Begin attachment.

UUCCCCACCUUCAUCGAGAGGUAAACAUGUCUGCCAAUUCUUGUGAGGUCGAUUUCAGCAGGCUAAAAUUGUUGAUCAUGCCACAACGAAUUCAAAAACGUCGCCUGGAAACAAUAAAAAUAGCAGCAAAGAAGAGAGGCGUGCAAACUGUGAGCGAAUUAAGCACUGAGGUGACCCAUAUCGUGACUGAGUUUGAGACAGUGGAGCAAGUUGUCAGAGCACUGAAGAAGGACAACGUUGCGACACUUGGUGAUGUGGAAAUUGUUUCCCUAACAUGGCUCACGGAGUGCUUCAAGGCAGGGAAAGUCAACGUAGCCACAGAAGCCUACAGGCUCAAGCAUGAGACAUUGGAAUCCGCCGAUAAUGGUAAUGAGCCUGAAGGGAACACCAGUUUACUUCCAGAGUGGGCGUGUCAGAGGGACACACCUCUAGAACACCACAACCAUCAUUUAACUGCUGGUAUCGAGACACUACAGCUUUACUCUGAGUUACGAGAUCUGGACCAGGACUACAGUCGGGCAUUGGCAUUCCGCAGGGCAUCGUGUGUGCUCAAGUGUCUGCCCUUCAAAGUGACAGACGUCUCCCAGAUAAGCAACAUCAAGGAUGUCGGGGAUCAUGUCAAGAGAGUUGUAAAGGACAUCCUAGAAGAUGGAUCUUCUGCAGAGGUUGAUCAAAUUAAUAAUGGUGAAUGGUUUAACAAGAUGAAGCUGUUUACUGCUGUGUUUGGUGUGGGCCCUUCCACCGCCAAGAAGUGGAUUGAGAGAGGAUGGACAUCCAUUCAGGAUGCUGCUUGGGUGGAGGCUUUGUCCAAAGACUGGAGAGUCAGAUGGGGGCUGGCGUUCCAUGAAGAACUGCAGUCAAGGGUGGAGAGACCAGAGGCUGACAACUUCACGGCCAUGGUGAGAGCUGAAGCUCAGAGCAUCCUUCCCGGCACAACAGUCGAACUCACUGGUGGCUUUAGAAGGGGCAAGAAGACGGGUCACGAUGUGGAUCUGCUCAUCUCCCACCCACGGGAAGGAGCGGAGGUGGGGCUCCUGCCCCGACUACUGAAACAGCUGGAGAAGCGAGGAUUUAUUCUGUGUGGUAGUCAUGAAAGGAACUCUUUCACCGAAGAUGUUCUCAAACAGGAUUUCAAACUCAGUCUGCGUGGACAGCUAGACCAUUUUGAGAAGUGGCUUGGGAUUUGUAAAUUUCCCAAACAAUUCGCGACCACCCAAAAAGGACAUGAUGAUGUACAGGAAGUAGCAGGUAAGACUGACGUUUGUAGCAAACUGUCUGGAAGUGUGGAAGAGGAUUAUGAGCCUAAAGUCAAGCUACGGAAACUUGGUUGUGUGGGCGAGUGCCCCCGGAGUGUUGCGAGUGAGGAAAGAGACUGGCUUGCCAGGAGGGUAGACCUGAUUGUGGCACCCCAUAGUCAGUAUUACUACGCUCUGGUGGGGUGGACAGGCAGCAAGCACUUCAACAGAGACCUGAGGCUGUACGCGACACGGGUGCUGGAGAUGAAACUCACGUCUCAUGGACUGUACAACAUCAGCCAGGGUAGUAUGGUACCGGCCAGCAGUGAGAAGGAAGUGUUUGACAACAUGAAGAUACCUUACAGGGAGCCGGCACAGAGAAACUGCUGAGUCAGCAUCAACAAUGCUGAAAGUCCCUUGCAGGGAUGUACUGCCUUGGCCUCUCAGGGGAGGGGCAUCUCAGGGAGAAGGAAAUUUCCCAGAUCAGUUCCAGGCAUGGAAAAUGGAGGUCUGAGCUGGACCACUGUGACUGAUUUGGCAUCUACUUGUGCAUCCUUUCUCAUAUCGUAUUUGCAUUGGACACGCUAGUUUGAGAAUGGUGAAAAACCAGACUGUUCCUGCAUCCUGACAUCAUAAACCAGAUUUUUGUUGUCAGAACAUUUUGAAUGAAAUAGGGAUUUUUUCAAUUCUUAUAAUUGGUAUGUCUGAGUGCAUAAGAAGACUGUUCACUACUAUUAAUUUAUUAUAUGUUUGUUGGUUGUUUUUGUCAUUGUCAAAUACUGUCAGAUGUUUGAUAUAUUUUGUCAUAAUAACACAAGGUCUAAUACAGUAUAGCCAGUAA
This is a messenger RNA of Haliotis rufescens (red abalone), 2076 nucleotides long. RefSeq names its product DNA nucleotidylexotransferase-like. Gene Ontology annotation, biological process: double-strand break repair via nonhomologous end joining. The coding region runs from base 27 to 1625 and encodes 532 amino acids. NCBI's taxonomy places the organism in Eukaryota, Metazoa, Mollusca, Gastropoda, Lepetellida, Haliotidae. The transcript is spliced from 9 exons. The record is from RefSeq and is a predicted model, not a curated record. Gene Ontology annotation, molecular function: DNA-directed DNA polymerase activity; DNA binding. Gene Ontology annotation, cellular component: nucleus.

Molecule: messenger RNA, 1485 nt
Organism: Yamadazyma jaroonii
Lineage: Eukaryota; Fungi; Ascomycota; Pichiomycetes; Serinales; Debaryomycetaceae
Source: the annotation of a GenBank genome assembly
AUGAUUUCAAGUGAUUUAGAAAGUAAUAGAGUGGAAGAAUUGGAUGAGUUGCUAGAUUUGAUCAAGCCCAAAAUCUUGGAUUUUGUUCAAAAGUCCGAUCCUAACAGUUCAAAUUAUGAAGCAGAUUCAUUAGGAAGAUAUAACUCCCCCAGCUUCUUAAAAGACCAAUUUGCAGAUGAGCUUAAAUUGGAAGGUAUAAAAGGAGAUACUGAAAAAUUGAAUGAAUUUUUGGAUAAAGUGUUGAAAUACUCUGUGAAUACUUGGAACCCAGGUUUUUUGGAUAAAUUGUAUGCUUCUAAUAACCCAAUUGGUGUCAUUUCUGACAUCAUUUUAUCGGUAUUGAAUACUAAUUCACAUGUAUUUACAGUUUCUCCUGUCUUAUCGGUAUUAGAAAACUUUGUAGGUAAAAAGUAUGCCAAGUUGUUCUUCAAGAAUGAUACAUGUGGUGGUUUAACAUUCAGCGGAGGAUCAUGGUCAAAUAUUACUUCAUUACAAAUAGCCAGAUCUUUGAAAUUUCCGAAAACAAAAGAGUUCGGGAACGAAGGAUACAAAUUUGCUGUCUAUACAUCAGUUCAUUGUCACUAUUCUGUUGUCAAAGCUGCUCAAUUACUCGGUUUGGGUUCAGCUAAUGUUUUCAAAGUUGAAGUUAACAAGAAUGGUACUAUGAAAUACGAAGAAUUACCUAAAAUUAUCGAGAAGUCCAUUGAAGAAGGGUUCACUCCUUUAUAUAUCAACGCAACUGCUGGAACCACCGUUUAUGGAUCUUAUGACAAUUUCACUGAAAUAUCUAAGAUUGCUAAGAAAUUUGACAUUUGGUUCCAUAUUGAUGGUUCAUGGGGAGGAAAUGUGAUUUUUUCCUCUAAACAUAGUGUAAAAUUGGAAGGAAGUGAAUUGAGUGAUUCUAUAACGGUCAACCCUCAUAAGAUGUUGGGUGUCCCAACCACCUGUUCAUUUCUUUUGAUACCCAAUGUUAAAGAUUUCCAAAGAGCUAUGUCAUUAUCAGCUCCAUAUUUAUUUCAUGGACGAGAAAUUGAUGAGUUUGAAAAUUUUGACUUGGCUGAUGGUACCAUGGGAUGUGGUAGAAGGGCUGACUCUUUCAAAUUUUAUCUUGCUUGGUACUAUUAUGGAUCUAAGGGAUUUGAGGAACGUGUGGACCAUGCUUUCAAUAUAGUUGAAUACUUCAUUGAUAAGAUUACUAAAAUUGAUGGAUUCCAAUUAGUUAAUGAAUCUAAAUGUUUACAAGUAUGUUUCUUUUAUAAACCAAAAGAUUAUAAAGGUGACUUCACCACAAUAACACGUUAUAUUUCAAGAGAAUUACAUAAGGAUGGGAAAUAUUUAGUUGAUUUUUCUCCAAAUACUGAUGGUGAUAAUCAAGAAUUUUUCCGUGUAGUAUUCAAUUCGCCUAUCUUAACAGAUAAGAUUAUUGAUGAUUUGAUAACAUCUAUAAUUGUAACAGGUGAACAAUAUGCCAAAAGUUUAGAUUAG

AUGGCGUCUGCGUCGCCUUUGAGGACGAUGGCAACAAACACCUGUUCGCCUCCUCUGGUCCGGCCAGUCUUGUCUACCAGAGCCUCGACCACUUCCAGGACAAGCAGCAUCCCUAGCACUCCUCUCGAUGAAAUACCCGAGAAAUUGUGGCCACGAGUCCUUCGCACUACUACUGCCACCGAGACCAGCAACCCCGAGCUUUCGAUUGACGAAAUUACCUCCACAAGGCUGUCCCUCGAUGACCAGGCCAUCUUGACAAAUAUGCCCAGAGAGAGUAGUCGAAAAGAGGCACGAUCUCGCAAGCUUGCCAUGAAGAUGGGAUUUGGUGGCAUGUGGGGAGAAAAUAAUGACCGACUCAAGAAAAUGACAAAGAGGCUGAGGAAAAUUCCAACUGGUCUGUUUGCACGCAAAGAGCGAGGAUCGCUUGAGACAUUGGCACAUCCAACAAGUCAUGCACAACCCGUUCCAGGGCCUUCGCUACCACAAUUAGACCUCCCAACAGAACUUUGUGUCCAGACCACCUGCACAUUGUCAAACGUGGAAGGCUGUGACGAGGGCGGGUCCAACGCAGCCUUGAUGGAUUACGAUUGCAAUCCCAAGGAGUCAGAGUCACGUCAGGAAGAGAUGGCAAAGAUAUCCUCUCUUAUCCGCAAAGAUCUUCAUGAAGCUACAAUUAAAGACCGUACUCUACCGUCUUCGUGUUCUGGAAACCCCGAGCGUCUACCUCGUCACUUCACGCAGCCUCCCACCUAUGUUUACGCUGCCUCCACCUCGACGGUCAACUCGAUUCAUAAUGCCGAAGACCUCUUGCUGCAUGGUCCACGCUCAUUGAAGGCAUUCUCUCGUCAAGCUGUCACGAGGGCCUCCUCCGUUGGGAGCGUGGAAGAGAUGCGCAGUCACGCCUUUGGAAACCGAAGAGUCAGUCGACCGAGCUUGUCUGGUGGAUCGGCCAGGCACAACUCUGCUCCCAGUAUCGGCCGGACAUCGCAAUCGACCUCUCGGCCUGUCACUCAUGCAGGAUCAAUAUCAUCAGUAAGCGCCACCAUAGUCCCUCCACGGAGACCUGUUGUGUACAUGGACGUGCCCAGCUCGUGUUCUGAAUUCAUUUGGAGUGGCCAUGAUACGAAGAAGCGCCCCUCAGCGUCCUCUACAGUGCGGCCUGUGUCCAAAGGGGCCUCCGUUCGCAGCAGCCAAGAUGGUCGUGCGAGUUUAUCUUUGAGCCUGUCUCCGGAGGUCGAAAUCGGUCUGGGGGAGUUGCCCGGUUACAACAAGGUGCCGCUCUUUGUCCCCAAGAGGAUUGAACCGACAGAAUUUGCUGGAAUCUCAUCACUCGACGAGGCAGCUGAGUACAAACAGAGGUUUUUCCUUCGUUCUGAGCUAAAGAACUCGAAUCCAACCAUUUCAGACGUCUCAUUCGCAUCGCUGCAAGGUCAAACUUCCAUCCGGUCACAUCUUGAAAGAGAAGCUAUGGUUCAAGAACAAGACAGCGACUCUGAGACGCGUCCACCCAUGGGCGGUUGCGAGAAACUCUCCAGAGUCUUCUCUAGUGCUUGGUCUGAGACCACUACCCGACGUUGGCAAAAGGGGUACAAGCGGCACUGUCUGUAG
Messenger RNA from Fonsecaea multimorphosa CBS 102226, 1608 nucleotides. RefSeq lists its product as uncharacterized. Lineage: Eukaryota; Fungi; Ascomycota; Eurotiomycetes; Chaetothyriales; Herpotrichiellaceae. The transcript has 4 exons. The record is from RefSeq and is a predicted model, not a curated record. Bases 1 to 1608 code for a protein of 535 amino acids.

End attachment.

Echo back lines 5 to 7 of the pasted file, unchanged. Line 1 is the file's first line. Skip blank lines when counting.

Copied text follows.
Lineage: Eukaryota; Fungi; Ascomycota; Pichiomycetes; Serinales; Debaryomycetaceae
Source: the annotation of a GenBank genome assembly
AUGAUUUCAAGUGAUUUAGAAAGUAAUAGAGUGGAAGAAUUGGAUGAGUUGCUAGAUUUGAUCAAGCCCAAAAUCUUGGAUUUUGUUCAAAAGUCCGAUCCUAACAGUUCAAAUUAUGAAGCAGAUUCAUUAGGAAGAUAUAACUCCCCCAGCUUCUUAAAAGACCAAUUUGCAGAUGAGCUUAAAUUGGAAGGUAUAAAAGGAGAUACUGAAAAAUUGAAUGAAUUUUUGGAUAAAGUGUUGAAAUACUCUGUGAAUACUUGGAACCCAGGUUUUUUGGAUAAAUUGUAUGCUUCUAAUAACCCAAUUGGUGUCAUUUCUGACAUCAUUUUAUCGGUAUUGAAUACUAAUUCACAUGUAUUUACAGUUUCUCCUGUCUUAUCGGUAUUAGAAAACUUUGUAGGUAAAAAGUAUGCCAAGUUGUUCUUCAAGAAUGAUACAUGUGGUGGUUUAACAUUCAGCGGAGGAUCAUGGUCAAAUAUUACUUCAUUACAAAUAGCCAGAUCUUUGAAAUUUCCGAAAACAAAAGAGUUCGGGAACGAAGGAUACAAAUUUGCUGUCUAUACAUCAGUUCAUUGUCACUAUUCUGUUGUCAAAGCUGCUCAAUUACUCGGUUUGGGUUCAGCUAAUGUUUUCAAAGUUGAAGUUAACAAGAAUGGUACUAUGAAAUACGAAGAAUUACCUAAAAUUAUCGAGAAGUCCAUUGAAGAAGGGUUCACUCCUUUAUAUAUCAACGCAACUGCUGGAACCACCGUUUAUGGAUCUUAUGACAAUUUCACUGAAAUAUCUAAGAUUGCUAAGAAAUUUGACAUUUGGUUCCAUAUUGAUGGUUCAUGGGGAGGAAAUGUGAUUUUUUCCUCUAAACAUAGUGUAAAAUUGGAAGGAAGUGAAUUGAGUGAUUCUAUAACGGUCAACCCUCAUAAGAUGUUGGGUGUCCCAACCACCUGUUCAUUUCUUUUGAUACCCAAUGUUAAAGAUUUCCAAAGAGCUAUGUCAUUAUCAGCUCCAUAUUUAUUUCAUGGACGAGAAAUUGAUGAGUUUGAAAAUUUUGACUUGGCUGAUGGUACCAUGGGAUGUGGUAGAAGGGCUGACUCUUUCAAAUUUUAUCUUGCUUGGUACUAUUAUGGAUCUAAGGGAUUUGAGGAACGUGUGGACCAUGCUUUCAAUAUAGUUGAAUACUUCAUUGAUAAGAUUACUAAAAUUGAUGGAUUCCAAUUAGUUAAUGAAUCUAAAUGUUUACAAGUAUGUUUCUUUUAUAAACCAAAAGAUUAUAAAGGUGACUUCACCACAAUAACACGUUAUAUUUCAAGAGAAUUACAUAAGGAUGGGAAAUAUUUAGUUGAUUUUUCUCCAAAUACUGAUGGUGAUAAUCAAGAAUUUUUCCGUGUAGUAUUCAAUUCGCCUAUCUUAACAGAUAAGAUUAUUGAUGAUUUGAUAACAUCUAUAAUUGUAACAGGUGAACAAUAUGCCAAAAGUUUAGAUUAG